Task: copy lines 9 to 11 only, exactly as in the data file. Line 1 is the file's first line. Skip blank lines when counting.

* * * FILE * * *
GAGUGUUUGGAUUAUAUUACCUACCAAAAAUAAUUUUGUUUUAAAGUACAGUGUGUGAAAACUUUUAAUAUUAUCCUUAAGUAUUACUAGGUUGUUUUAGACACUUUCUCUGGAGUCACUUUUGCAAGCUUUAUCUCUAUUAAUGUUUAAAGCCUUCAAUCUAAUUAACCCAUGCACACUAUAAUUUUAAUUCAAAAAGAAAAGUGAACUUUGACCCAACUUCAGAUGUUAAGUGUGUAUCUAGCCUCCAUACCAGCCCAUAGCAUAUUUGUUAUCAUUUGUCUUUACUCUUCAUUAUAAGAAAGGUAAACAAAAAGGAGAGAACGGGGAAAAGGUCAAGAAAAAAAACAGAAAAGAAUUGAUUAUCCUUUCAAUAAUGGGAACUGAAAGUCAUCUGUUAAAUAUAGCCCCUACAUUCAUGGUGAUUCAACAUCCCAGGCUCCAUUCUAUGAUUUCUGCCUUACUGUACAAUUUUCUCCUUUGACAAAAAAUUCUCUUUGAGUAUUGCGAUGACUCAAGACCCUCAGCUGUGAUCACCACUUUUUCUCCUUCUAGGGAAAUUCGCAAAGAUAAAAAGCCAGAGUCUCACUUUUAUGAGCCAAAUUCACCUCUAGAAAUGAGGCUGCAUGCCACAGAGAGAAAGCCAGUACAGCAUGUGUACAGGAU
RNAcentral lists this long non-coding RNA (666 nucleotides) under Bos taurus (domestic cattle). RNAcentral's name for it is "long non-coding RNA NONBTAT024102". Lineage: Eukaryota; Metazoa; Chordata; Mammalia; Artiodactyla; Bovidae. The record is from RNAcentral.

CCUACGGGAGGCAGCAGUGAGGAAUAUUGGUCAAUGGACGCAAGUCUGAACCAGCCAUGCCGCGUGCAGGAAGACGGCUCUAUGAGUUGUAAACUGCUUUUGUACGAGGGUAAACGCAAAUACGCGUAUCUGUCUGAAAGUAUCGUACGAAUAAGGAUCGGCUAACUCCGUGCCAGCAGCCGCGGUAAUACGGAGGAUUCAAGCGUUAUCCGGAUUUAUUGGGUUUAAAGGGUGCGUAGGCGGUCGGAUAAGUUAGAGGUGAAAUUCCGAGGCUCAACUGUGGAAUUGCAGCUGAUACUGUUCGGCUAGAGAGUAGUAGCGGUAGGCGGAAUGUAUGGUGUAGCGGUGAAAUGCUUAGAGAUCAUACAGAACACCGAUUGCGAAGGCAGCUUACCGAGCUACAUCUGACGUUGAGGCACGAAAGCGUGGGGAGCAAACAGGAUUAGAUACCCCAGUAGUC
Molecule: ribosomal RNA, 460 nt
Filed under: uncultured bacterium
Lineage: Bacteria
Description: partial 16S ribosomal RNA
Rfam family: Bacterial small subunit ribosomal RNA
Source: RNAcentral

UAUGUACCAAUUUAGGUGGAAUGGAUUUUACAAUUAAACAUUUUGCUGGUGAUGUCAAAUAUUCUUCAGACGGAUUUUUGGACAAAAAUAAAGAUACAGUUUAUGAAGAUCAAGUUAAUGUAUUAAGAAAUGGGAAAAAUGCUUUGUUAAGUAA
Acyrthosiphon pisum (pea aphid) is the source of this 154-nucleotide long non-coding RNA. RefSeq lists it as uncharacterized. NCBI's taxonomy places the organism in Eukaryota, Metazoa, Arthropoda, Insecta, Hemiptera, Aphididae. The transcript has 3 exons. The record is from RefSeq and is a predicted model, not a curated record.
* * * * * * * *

Source: RNAcentral

UAUGUACCAAUUUAGGUGGAAUGGAUUUUACAAUUAAACAUUUUGCUGGUGAUGUCAAAUAUUCUUCAGACGGAUUUUUGGACAAAAAUAAAGAUACAGUUUAUGAAGAUCAAGUUAAUGUAUUAAGAAAUGGGAAAAAUGCUUUGUUAAGUAA
Acyrthosiphon pisum (pea aphid) is the source of this 154-nucleotide long non-coding RNA. RefSeq lists it as uncharacterized. NCBI's taxonomy places the organism in Eukaryota, Metazoa, Arthropoda, Insecta, Hemiptera, Aphididae. The transcript has 3 exons. The record is from RefSeq and is a predicted model, not a curated record.